Las Vegas Sun

July 31, 2015

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Six Questions:

Can teachers learn to do more with less money?

Brian Sandoval

Brian Sandoval

Michelle Rhee, former chancellor of Washington, D.C., schools, attended last month’s State of the State address at the invitation of Gov. Brian Sandoval.

Although her role in Nevada is as yet undefined, Sandoval said she would be a “voice for students” in the state’s education debate.

Rhee, a registered Democrat who has had a confrontational relationship with teachers unions, is a national figure courted by potential 2012 GOP presidential challengers and reform-oriented governors.

She is also working to raise $200 million to push for national education reforms through her organization StudentsFirst.

(She left her position in Washington after the mayor she served under lost.)

The 2011 Nevada Legislature starts Monday. And lawmakers will consider a variety of changes in education. They will also consider a proposal by Sandoval to cut K-12 by 9 percent. Sandoval said education can be improved even with the cut.

The Sun spoke with Rhee by phone Wednesday. The interview was edited for clarity and space.

By many measures, Nevada’s K-12 system has struggled. Have you identified any problems with it?

Nevada is one of the states that has been falling further and further behind over last few years. I think if you look at most of the states that are facing similar statistics, there’s never one thing you can pinpoint as the reason why things are not going well.

Over the past five years, 95 percent of Clark County teachers got tenure after one year. Is that surprising?

Most states have it structured so teachers get tenure after two or three years. But it’s sort of meaningless anyway because everyone gets tenure. If you give it to everyone, it doesn’t make a difference when you draw that line.

Do you support eliminating teacher tenure altogether?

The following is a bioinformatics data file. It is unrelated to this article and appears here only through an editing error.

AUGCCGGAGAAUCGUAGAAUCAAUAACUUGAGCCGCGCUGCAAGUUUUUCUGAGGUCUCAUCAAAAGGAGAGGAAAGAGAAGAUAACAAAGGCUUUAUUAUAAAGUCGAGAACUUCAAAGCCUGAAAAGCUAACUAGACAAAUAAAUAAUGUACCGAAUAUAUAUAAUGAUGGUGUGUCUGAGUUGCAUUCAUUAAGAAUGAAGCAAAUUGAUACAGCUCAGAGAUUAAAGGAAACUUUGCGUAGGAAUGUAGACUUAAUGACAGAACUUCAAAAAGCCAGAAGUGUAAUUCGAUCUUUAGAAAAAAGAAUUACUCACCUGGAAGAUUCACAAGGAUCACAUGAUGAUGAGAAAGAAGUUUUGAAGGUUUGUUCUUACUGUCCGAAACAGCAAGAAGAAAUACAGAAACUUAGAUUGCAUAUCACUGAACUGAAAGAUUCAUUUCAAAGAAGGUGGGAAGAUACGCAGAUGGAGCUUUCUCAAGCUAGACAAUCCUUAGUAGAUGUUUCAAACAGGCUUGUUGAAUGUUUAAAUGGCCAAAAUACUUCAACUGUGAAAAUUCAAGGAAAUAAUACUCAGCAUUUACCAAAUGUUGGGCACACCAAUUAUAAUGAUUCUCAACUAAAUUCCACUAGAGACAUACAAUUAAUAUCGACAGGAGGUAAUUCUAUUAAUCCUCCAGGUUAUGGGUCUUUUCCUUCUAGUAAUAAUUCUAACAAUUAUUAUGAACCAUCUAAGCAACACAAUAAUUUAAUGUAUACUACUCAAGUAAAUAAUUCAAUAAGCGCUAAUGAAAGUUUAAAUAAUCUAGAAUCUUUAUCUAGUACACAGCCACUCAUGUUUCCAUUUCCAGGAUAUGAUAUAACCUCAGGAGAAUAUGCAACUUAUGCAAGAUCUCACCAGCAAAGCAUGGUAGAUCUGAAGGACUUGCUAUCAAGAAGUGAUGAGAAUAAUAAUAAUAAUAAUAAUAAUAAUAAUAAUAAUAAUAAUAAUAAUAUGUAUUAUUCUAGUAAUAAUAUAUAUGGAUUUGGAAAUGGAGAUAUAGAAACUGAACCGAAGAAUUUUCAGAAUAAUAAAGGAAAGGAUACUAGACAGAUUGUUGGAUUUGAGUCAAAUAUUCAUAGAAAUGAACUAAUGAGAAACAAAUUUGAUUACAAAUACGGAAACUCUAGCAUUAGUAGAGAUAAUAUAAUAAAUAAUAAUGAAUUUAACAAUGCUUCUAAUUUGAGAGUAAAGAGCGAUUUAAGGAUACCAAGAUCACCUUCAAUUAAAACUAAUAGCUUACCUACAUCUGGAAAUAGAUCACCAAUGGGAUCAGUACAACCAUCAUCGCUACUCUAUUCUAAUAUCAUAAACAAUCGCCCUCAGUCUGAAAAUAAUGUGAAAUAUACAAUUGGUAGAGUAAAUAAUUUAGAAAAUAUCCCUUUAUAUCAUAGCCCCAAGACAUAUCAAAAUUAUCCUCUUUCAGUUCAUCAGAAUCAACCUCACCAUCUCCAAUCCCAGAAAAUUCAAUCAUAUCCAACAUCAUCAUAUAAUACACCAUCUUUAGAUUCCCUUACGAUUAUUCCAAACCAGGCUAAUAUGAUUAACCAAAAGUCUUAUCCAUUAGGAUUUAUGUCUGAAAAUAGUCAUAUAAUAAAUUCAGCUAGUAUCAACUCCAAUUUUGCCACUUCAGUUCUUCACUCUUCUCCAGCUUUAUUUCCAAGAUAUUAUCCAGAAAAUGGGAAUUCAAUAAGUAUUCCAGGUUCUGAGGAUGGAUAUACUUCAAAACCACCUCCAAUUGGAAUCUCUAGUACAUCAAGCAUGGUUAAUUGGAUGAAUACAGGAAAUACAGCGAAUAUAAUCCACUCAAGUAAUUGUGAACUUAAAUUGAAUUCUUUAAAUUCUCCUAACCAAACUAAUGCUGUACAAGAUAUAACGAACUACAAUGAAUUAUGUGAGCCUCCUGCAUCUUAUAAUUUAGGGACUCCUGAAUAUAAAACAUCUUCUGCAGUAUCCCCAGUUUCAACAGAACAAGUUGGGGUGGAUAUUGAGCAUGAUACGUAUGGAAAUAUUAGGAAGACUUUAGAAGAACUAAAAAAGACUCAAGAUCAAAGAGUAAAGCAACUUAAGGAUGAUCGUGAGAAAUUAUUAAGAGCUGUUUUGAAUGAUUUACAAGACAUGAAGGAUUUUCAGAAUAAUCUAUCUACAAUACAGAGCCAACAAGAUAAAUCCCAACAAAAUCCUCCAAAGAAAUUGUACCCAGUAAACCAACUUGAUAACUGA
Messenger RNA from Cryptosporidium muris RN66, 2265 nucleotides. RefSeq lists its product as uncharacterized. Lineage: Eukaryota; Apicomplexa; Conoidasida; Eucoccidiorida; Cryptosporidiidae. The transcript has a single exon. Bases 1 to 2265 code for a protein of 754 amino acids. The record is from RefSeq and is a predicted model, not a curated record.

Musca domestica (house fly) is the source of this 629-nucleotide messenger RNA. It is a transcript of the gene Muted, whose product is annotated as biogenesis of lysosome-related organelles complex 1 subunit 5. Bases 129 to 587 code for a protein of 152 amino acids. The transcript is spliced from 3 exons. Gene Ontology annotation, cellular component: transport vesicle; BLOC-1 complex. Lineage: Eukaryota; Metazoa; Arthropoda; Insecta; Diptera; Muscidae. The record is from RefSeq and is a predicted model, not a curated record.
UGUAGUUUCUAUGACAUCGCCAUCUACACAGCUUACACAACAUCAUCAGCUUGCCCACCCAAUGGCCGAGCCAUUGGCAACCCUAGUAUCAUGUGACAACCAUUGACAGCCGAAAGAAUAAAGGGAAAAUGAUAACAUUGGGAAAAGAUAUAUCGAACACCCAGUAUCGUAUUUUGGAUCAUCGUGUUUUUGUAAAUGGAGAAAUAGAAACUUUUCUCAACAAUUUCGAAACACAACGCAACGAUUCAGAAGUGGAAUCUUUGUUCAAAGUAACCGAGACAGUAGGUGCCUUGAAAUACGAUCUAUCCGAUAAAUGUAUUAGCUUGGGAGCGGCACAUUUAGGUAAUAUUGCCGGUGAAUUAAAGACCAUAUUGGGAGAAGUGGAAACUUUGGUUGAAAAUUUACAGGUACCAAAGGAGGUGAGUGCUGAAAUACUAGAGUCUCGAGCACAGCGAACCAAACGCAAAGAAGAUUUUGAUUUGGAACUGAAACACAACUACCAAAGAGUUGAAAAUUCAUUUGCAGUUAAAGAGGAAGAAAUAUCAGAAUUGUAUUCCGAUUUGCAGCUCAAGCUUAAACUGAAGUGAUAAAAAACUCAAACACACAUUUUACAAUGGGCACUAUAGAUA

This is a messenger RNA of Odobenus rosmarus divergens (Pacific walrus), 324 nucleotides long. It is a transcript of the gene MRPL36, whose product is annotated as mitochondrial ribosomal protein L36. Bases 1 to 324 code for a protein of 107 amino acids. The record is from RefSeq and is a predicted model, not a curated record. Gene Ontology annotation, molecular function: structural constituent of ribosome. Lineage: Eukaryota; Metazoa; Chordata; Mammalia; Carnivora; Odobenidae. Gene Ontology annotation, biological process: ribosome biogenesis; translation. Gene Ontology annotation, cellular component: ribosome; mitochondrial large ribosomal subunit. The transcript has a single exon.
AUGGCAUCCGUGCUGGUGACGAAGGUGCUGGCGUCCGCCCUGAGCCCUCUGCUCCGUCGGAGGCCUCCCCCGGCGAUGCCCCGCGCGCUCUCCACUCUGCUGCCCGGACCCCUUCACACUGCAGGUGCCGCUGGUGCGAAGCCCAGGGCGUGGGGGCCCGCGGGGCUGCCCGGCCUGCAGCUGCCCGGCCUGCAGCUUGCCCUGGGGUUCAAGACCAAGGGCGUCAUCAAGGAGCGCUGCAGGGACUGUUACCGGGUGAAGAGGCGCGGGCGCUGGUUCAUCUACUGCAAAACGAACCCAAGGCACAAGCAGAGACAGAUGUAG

There’s no correlation between tenure and student achievement. We don’t think there’s a need for tenure. There are federal protections from discrimination in place now that afford teachers and all employees those recourses.

Tenure has turned into something where it’s almost impossible, or costly and time consuming, to remove a teacher.

How would you evaluate teachers?

Fifty percent of a teacher’s evaluation should be students’ value-added growth (a measure of a student’s year-over-year improvement on tests). The rest should be classroom observation; student evaluations of teachers; looking at schoolwide gains, so there’s a team component; and then things above and beyond, like reaching out effectively to parents or coaching soccer.

Washington schools had some of the highest per-pupil funding in the nation. Nevada has some of the lowest. Is there a correlation between money and success?

When I came in, it was one of the lowest performing school districts in the country. It was proof that money is not correlated to outcomes.

Nationally, over the last 30 years we have more than doubled the amount of money we’re spending per student on education and the results have only gotten worse.

Is there a point where you don’t have enough money to function well, even if you make all the right reforms?

I don’t necessarily think anyone is at that point. Let me give you an example: We’re spending billions of dollars nationally for master’s degrees in education for teachers. There’s no correlation between having a master’s degree in education and student gains. So why would we pour money down there?

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